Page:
Genghis Khan and the Making of the Modern World


Book: Genghis Khan and the Making of the Modern World

Author: Jack Weatherford 

Illustrator: S. Badral

Publisher: Crown, republished 2005

ISBN-13: 978-0609610626 Hardcover

ISBN-10: 0609610627 Hardcover

ISBN-13: 978-0609809648 Paperback

ISBN-10: 0609809644 Paperback

Website(s): (publisher)

Language level: 1

(1=nothing objectionable; 2=common euphemisms and/or childish slang terms; 3=some cursing and/or profanity; 4=a lot of cursing and/or profanity; 5=obscenity and/or vulgarity)

Recommended reading level: Teens and adults

Rating: **** 4 stars

(5 stars=EXCELLENT; 4 stars=GOOD; 3 stars=FAIR; 2 stars=POOR; 1 star=VERY POOR; no stars=NOT RECOMMENDED)

Category: Biography

Reviewed by Wayne S. Walker

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     Weatherford, Jack.  Genghis Khan and the Making of the Modern World (Published in 2004‏ by Three Rivers Press, an imprint of the Crown Publishing Group, a division of Random House Inc., New York City, NY).   Genghis Khan (c. 1158/1162 – August 18, 1227), born Temüjin, was the founder and first Great Khan (Emperor) of the Mongol Empire, which became the largest contiguous empire in history after his death. He came to power by uniting many of the nomadic tribes of Northeast Asia, and, after being proclaimed the universal ruler of the Mongols, or Genghis Khan, he launched the Mongol invasions, which ultimately conquered most of Eurasia, reaching as far west as Poland and as far south as Egypt.  While I have categorized this book as biography, it is not strictly a biography of Genghis Khan, though much of it contains a lot of biographical material about him, but is rather an attempt to place Genghis Khan in historical context and explain how one extraordinary man from a remote corner of the world created an empire that led the world into the modern age.

     The biggest complaint that I saw about this book was expressed by two critics.  One wrote, “It’s embarrassing to get through this book, given the dumb, naked hero worship that the author engages in. GK is responsible for peace/prosperity/trade/diplomacy/progress and pretty much anything you can think of.”  The other said that “this account is so ridiculously one-sided as to be untrustworthy.  [The author has] fallen in love with his subject and it shows.”  I perhaps wouldn’t go that far, but I must admit that whenever the West and Christianity are compared to and contrasted with Genghis Khan and the Mongols, the latter always seem to come out on top.  It is true that in nearly every country the Mongols conquered, they brought an unprecedented rise in cultural communication, expanded trade, and a blossoming of civilization.  It is also true that we know how many people the Mongols killed and we know the harm that they caused multiple civilizations.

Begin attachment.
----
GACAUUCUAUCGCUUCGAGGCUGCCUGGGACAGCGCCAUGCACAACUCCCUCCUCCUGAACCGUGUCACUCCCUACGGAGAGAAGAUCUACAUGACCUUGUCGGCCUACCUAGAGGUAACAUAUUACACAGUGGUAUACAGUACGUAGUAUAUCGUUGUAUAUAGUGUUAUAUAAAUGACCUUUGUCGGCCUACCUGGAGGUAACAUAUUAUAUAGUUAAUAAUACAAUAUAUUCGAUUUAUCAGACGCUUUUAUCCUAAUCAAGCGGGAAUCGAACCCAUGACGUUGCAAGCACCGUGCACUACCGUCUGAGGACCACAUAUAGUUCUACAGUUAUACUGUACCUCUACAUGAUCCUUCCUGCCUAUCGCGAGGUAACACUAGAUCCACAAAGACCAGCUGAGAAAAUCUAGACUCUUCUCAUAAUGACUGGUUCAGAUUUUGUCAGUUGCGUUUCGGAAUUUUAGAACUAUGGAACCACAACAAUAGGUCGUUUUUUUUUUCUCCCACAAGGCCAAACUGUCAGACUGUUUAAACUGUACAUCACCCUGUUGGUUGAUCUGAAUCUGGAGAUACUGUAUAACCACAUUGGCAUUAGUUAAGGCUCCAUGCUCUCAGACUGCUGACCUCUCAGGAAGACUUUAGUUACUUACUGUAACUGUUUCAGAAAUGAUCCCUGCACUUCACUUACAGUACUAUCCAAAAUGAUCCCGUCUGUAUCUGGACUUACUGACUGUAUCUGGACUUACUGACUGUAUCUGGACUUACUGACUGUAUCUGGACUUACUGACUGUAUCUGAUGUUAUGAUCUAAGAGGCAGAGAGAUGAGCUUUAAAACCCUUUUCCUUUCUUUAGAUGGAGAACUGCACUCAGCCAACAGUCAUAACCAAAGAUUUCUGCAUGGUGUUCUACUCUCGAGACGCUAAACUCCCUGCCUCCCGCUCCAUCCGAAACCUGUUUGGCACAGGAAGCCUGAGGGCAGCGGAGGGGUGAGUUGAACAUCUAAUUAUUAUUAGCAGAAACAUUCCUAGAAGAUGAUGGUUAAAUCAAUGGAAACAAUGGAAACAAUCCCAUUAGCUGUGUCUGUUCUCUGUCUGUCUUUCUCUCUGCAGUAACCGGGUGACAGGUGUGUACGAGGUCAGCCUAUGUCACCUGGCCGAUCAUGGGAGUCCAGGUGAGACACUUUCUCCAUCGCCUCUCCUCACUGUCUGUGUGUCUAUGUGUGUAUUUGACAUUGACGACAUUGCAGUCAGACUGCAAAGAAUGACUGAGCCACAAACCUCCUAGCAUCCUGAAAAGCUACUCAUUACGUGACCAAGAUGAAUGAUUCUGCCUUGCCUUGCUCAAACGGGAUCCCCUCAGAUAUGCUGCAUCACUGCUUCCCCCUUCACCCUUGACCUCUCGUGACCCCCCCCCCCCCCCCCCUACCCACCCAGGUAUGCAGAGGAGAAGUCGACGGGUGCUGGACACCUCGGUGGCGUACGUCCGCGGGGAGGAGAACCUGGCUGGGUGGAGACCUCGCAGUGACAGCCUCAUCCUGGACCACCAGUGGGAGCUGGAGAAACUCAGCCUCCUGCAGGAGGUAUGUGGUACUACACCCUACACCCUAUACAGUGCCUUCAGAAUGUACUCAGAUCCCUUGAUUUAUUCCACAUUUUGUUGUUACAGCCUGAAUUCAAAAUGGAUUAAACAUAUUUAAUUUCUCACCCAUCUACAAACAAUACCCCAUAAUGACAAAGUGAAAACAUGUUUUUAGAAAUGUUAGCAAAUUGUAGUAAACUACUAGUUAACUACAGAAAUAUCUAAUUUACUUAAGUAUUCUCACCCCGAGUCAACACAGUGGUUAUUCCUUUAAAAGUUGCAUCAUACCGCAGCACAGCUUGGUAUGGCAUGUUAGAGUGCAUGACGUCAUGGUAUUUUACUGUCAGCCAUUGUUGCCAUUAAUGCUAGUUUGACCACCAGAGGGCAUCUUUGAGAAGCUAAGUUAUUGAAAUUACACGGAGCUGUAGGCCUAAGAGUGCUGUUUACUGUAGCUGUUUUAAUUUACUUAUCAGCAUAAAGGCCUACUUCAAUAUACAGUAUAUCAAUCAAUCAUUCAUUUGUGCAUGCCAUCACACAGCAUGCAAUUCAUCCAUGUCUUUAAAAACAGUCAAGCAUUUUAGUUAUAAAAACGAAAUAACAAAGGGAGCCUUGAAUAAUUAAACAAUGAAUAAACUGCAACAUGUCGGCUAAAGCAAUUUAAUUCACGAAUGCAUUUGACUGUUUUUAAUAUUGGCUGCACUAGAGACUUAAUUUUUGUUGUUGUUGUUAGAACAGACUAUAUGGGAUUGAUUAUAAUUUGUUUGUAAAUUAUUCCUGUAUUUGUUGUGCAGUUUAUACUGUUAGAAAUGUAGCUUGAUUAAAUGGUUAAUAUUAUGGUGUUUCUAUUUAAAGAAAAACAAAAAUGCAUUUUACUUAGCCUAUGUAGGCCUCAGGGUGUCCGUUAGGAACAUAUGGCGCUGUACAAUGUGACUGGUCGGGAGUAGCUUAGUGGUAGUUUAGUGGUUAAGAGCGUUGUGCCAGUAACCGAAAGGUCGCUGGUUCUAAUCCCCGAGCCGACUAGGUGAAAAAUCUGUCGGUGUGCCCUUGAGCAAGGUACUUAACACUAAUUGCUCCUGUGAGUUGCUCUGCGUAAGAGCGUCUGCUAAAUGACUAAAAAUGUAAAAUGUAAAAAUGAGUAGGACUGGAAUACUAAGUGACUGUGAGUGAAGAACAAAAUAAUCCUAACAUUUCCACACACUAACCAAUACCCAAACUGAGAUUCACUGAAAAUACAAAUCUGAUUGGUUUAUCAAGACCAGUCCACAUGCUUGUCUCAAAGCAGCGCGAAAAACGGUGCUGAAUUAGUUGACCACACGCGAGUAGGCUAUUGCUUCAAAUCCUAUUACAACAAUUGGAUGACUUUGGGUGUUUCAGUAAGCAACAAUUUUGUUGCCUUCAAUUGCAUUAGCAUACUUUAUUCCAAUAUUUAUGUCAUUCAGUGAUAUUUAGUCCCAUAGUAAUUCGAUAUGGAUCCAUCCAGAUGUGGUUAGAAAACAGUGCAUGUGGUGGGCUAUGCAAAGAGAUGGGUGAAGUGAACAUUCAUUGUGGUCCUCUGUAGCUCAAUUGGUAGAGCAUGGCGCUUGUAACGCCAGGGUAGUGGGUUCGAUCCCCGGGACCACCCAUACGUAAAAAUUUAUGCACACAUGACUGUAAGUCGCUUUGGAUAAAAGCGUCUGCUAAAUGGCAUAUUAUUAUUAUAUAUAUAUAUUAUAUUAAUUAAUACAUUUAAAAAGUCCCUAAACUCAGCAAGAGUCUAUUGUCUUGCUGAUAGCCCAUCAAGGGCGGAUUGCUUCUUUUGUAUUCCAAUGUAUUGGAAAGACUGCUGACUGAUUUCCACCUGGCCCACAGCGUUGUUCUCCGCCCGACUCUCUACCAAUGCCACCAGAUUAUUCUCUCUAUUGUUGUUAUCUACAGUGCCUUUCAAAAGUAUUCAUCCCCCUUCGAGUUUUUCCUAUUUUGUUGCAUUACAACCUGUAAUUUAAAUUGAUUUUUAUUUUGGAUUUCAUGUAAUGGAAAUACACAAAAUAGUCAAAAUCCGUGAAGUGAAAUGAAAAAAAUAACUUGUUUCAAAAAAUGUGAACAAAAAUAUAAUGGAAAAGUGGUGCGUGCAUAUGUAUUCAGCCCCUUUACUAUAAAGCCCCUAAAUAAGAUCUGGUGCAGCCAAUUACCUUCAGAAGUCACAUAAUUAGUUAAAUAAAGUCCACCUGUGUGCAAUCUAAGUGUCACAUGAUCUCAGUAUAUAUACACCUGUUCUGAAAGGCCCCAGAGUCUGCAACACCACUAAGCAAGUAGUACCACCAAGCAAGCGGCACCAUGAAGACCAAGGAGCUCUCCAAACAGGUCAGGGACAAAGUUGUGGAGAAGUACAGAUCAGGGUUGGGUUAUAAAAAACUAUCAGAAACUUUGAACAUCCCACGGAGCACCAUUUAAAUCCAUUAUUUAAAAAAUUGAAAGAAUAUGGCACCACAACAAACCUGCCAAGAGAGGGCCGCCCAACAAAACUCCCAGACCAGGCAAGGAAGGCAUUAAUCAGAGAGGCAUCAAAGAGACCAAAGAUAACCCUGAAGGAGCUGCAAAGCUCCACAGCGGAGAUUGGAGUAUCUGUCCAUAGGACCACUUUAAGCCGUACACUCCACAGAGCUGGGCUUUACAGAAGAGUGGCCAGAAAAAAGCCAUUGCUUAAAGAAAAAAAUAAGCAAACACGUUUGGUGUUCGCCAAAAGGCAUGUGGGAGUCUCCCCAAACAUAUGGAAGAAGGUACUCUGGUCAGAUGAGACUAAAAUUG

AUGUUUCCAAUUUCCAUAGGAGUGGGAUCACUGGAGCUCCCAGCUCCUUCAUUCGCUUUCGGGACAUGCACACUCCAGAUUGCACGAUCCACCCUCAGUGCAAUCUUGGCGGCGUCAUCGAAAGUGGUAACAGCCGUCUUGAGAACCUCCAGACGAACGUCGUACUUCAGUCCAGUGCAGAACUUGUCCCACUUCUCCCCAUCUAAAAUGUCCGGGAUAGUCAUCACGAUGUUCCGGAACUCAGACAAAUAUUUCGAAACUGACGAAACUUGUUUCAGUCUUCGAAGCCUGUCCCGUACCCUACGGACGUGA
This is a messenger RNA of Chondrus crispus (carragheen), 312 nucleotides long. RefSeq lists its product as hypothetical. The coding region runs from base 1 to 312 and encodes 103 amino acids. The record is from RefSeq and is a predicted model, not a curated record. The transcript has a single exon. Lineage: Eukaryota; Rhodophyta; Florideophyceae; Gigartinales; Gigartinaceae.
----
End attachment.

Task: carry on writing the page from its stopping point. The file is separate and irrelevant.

The introduction explains the grounds on which the book stands.  “Genghis Khan became the stereotype of the barbarian, the bloody savage, the ruthless conqueror who enjoyed destruction for its own sake.  Genghis Khan, his Mongol horde, and to a large extent the Asian people in general became unidimensional caricatures, the symbol of all that lay beyond the civilized pale.”  Surely we can recognize the turmoil that Genghis Khan and his armies caused while still realizing the beneficial effects of many of his policies.  And we can appreciate his good qualities and their consequences without resorting to hero worship and ignoring his more severe side.  I enjoyed reading the book for its history but understand that is merely one man’s interpretation of the great Khan and his times.

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